Peacekeepers Bring Calm to South Lebanon

By SAM F. GHATTAS
The Associated Press
Sunday, November 26, 2006; 2:17 PM

BEIRUT, Lebanon -- Three months into their mission of enforcing a cease-fire, U.N. peacekeepers have succeeded so far in keeping the peace at an Israeli-Lebanon border that previously had been a Mideast flashpoint for decades.

No shooting incidents have been reported across the international border since the force, called the U.N. Interim Force in Lebanon, began beefing up with the arrival of French forces Aug. 19, shortly after a U.N. cease-fire ended this summer's Israeli-Hezbollah war.

But the peacekeepers' mission remains far from complete: Israel's warplanes continue to fly over Lebanon, and Israeli troops hold a divided border village.

Perhaps most troubling to the world community, the militant group Hezbollah has so far kept its weapons, albeit hidden.

That raises troubling issues as Lebanon faces a political crisis that could plunge it into greater instability and violence.

Nevertheless, the period since the cease-fire has been "one of the longest periods of calm" on the border, Milos Strugar, senior U.N. official, said in a recent interview.

Despite the successes, the peacekeepers have had to worry about their own safety in an increasingly turbulent Lebanon.

The political instability in Beirut, where the government is divided between a pro-Syrian Hezbollah camp and an anti-Syrian U.S.-backed camp, could affect the troops' long-term mission, which is to help Lebanon's government spread its authority throughout the country.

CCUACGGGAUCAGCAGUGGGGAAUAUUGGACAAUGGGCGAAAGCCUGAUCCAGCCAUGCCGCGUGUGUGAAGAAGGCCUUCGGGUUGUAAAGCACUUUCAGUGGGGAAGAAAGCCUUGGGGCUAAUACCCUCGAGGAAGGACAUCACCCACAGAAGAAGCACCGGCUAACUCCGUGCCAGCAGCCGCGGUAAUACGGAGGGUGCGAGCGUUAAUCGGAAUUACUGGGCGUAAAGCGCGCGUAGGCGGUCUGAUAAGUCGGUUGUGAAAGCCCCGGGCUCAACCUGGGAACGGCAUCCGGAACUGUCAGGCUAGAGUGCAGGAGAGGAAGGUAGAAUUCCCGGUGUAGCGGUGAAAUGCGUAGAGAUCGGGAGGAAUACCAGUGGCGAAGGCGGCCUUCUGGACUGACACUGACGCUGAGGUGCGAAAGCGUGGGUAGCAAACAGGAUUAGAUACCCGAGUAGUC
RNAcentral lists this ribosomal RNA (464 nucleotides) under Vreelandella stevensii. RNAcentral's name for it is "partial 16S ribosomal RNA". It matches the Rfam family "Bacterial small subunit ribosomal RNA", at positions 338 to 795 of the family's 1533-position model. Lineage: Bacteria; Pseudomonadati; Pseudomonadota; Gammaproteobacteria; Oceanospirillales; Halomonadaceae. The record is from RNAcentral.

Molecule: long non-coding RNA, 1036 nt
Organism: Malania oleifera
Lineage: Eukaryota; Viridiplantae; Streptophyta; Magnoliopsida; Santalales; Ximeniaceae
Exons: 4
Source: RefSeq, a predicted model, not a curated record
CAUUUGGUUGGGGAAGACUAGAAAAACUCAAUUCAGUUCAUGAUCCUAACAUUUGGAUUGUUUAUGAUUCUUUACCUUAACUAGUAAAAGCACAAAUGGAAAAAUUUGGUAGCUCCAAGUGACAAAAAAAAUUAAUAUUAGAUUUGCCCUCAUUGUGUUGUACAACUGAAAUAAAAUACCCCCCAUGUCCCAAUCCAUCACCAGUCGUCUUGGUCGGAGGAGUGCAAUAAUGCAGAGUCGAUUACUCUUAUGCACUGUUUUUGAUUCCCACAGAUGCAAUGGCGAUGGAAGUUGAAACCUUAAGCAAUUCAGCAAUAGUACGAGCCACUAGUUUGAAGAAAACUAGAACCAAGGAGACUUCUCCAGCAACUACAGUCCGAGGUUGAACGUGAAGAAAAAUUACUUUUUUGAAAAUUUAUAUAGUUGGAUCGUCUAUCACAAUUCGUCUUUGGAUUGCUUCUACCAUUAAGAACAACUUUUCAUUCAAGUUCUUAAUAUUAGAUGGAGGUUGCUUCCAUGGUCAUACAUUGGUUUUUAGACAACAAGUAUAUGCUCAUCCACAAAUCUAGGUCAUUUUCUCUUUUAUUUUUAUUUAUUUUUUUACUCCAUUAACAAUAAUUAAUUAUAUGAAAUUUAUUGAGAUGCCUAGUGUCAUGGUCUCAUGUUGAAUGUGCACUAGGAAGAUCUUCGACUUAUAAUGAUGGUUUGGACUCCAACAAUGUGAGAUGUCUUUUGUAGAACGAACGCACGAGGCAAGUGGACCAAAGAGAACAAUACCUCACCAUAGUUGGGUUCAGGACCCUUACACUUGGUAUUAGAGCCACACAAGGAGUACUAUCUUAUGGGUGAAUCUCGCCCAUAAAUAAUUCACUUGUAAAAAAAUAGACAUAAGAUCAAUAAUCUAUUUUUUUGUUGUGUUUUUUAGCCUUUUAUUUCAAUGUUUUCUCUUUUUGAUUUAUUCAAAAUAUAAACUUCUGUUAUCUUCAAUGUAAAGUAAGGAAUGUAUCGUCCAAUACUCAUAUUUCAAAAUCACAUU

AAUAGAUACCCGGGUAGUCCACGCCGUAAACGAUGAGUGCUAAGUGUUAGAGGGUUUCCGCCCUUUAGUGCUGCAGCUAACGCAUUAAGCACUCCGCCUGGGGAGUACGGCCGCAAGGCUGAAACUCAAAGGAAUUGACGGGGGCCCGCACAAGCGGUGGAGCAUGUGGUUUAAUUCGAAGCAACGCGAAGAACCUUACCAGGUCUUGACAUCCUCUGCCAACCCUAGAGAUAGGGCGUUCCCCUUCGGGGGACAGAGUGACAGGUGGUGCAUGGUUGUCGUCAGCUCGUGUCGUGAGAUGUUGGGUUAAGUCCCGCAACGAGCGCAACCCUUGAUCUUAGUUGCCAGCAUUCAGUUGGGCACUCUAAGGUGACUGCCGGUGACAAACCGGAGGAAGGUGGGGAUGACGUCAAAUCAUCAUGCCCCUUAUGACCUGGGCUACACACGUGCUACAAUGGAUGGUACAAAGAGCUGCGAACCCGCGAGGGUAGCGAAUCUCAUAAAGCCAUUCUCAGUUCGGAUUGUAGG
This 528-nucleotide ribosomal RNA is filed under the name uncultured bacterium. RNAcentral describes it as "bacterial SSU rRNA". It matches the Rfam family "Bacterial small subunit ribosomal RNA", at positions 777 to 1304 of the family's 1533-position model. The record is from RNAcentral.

The latest violence _ the assassination of a prominent Christian cabinet minister _ already has plunged the country into even more uncertainty.

The force of just under 10,000 peacekeepers patrols alongside an estimated 17,000 Lebanese soldiers in the buffer zone between the Lebanese-Israeli border and the Litani River, which is 18 miles away at its farthest point.

The force is mandated to go up to a maximum of 15,000. The smallest contributor, Luxembourg, has two engineers, and the largest, Italy, has over 2,000 soldiers.

The Lebanese army's deployment in the buffer zone, for the first time in three decades, is one of the positive developments Strugar cites since war's end, along with a buffer zone largely free of visible unauthorized weapons.


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